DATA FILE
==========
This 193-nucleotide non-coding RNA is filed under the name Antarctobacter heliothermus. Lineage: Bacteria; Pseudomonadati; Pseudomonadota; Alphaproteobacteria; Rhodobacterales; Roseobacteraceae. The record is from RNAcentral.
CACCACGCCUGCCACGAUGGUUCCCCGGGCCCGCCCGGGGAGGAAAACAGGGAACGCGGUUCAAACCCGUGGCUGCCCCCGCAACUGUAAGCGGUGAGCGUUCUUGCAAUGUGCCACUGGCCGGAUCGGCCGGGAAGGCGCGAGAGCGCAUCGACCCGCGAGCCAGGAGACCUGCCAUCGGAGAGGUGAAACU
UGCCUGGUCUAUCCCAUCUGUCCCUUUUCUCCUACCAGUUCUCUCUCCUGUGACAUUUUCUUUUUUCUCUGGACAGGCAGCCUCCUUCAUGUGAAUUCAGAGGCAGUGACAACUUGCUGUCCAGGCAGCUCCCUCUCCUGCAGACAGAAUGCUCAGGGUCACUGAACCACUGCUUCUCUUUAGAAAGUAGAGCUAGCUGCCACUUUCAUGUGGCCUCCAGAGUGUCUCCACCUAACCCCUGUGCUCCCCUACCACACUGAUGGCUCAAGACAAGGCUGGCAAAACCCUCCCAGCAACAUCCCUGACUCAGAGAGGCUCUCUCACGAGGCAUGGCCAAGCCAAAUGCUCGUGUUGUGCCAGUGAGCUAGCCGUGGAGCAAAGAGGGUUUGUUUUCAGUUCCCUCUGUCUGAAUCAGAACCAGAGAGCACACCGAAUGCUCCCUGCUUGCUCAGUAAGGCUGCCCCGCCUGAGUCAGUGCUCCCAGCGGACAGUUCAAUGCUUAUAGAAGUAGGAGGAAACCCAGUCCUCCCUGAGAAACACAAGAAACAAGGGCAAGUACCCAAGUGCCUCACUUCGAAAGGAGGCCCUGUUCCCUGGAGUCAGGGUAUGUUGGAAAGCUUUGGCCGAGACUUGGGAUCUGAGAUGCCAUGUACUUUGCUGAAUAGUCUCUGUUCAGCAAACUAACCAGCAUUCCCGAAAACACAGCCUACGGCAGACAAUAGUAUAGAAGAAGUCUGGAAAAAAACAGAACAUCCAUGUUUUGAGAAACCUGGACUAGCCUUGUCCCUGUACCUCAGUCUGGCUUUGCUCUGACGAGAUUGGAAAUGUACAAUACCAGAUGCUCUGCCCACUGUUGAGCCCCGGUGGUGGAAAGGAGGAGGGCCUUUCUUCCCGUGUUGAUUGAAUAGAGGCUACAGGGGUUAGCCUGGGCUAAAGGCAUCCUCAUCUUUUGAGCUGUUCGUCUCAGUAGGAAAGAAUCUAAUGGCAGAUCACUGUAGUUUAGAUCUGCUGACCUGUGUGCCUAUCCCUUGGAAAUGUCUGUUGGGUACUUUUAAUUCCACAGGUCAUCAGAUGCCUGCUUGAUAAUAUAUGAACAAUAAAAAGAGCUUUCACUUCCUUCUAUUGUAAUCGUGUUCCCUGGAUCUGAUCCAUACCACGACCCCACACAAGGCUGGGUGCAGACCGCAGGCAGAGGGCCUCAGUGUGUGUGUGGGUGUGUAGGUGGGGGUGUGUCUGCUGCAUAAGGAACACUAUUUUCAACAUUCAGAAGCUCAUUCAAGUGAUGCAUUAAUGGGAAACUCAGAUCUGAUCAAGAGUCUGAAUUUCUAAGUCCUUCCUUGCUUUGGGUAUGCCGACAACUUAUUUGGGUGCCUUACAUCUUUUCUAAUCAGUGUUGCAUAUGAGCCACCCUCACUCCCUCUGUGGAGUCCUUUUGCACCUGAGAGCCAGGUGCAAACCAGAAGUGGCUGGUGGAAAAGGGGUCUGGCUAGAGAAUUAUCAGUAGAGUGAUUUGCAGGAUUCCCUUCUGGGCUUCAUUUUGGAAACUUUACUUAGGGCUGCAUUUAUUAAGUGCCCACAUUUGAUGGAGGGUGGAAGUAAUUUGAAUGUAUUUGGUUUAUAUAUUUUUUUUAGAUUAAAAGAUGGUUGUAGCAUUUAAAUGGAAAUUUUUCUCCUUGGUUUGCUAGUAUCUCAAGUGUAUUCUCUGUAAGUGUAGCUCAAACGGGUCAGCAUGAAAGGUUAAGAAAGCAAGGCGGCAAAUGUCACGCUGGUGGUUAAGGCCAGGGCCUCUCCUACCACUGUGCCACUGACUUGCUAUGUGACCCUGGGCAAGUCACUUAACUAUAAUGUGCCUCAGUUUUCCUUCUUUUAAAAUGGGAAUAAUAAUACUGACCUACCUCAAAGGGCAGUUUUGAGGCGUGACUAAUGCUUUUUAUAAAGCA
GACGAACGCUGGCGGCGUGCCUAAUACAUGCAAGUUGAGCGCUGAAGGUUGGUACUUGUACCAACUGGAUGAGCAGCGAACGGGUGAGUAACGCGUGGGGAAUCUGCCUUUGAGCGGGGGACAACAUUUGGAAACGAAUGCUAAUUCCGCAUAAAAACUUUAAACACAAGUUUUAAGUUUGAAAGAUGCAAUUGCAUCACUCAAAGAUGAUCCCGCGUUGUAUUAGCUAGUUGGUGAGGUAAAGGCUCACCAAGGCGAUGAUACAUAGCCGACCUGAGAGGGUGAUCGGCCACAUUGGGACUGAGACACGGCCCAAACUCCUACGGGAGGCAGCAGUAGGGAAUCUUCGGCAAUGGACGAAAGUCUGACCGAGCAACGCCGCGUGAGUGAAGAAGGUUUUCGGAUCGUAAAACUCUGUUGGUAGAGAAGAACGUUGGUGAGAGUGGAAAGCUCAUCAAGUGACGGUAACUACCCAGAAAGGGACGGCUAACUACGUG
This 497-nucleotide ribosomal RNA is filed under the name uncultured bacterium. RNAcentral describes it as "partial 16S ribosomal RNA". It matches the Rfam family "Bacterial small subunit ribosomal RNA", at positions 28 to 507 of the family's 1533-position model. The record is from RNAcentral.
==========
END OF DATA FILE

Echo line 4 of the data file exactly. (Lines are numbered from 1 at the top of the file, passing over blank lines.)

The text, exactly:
GACGAACGCUGGCGGCGUGCCUAAUACAUGCAAGUUGAGCGCUGAAGGUUGGUACUUGUACCAACUGGAUGAGCAGCGAACGGGUGAGUAACGCGUGGGGAAUCUGCCUUUGAGCGGGGGACAACAUUUGGAAACGAAUGCUAAUUCCGCAUAAAAACUUUAAACACAAGUUUUAAGUUUGAAAGAUGCAAUUGCAUCACUCAAAGAUGAUCCCGCGUUGUAUUAGCUAGUUGGUGAGGUAAAGGCUCACCAAGGCGAUGAUACAUAGCCGACCUGAGAGGGUGAUCGGCCACAUUGGGACUGAGACACGGCCCAAACUCCUACGGGAGGCAGCAGUAGGGAAUCUUCGGCAAUGGACGAAAGUCUGACCGAGCAACGCCGCGUGAGUGAAGAAGGUUUUCGGAUCGUAAAACUCUGUUGGUAGAGAAGAACGUUGGUGAGAGUGGAAAGCUCAUCAAGUGACGGUAACUACCCAGAAAGGGACGGCUAACUACGUG